Is Behavior Modification Damaging Our Children



A Thought from Scott Turansky...

I'm concerned with the amount of emphasis on external motivators parents use today to get their kids to do what they want. They say things like, “If you clean up your toys, you can have snack.” Or, “Finish your homework so that you can go out and play."

I think it’s important to re-evaluate the heavy use of behavior modification with kids because of its negative impact. Here’s why.

A continual reliance on external motivators enhances a person’s selfishness and exchanges a little gratification for a desired behavior. Children raised on heavy doses of external motivation develop attitudes of entitlement, asking, “Are you going to pay me for this?” Not only does behavior modification encourage selfishness, but it removes the moral motivations necessary for healthy and mature decision making. Kids then tend to ask the question, “What’s in it for me?” instead of “What’s the right thing to do?”

The problem is that behavior modification embraces humanistic thinking, the belief that people are just a higher form of animals. The Bible reveals something more.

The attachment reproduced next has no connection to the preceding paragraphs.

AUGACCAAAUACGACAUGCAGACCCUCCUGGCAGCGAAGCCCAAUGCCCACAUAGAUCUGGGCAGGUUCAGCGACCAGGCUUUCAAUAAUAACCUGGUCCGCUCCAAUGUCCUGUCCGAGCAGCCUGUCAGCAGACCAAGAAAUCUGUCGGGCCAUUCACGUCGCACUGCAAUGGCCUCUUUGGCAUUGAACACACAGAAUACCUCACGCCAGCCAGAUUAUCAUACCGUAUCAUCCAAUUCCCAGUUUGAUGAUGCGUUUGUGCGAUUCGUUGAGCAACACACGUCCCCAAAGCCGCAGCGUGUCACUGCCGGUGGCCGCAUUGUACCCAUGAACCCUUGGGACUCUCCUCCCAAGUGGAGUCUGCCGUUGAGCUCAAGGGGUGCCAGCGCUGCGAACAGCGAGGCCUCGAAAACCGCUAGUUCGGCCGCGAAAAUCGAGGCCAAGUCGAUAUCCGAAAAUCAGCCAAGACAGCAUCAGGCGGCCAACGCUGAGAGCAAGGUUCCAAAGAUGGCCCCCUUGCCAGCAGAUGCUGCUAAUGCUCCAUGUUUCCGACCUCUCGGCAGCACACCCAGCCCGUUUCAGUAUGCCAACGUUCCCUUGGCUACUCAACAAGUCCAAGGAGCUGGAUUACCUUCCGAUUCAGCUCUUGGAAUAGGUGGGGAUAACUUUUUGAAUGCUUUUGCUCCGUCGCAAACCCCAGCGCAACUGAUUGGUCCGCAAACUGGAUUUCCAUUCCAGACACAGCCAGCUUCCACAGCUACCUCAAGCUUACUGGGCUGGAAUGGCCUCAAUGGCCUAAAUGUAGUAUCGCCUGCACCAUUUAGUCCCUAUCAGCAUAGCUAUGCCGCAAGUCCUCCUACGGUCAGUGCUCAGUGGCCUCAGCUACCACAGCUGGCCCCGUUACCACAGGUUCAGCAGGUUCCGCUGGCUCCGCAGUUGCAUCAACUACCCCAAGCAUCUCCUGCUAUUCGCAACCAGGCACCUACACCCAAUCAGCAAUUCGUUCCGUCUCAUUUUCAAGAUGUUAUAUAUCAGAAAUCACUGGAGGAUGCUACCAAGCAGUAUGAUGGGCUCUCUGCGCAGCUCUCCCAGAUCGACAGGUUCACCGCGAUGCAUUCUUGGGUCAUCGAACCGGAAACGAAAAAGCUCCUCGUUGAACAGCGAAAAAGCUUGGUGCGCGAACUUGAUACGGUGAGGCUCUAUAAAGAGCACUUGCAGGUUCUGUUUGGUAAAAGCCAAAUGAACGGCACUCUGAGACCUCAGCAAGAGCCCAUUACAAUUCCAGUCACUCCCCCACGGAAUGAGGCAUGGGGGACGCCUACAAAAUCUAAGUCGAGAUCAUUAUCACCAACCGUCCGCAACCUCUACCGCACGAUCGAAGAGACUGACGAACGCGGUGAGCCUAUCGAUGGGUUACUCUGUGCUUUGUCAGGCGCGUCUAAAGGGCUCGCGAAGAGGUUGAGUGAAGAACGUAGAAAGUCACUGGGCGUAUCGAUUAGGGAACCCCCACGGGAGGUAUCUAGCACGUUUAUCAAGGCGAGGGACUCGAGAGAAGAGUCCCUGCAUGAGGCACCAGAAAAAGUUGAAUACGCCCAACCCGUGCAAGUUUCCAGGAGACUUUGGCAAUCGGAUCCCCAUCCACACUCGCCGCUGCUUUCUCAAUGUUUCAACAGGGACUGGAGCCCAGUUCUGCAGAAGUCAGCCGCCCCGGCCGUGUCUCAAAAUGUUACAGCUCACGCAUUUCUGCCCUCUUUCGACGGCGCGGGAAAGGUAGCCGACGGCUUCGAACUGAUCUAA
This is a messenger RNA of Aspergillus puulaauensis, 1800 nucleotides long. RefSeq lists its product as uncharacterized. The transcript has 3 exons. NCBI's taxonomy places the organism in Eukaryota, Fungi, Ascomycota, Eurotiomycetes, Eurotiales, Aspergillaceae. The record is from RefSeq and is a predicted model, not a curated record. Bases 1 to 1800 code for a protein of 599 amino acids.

God created people to be different than other animals. He gave each person a spiritual “heart,” and that heart affects the learning process. The heart contains things such as emotions, desires, convictions, and passion. In short, the heart is a wrestling place where decisions are made. A person’s tendencies come from the heart. When a child lies to get out of trouble, that’s a heart issue. If a brother reacts with anger each time his sister is annoying, that’s a heart issue too. Simply focusing on behavior may provide some quick change, but lasting change takes place in the heart.

Behavior modification isn’t wrong, it’s just incomplete, and, in the end, lacks the depth for long-term and lasting change. Even God uses reward and punishment to motivate people to follow him. However, he calls us to greater motivations than avoiding fear of hell and the reward of heaven. Love, gratefulness, and a sense of mission are inner motivations God gave to people in a different way than he does with other forms of animal life.

The heart is where people hold their beliefs. It’s where they develop operating principles about life. An attitude, for example, is fueled by beliefs. If one believes that the job description of life is to have fun, then work of any kind can be annoying. Simply rewarding kids for positive behavior may get them to perform for a time, but giving them a vision so that they believe in the goals of the family produces greater results. Kids can then catch a vision for completing a job well and aren’t dependent on the latest reward.

Too much emphasis on behavior modification encourages young people to become modern day Pharisees. Jesus criticized the spiritual leaders of his day. In Matthew 23:25 he says, “You hypocrites! You clean the outside of the cup and dish, but inside they are full of greed and self-indulgence.”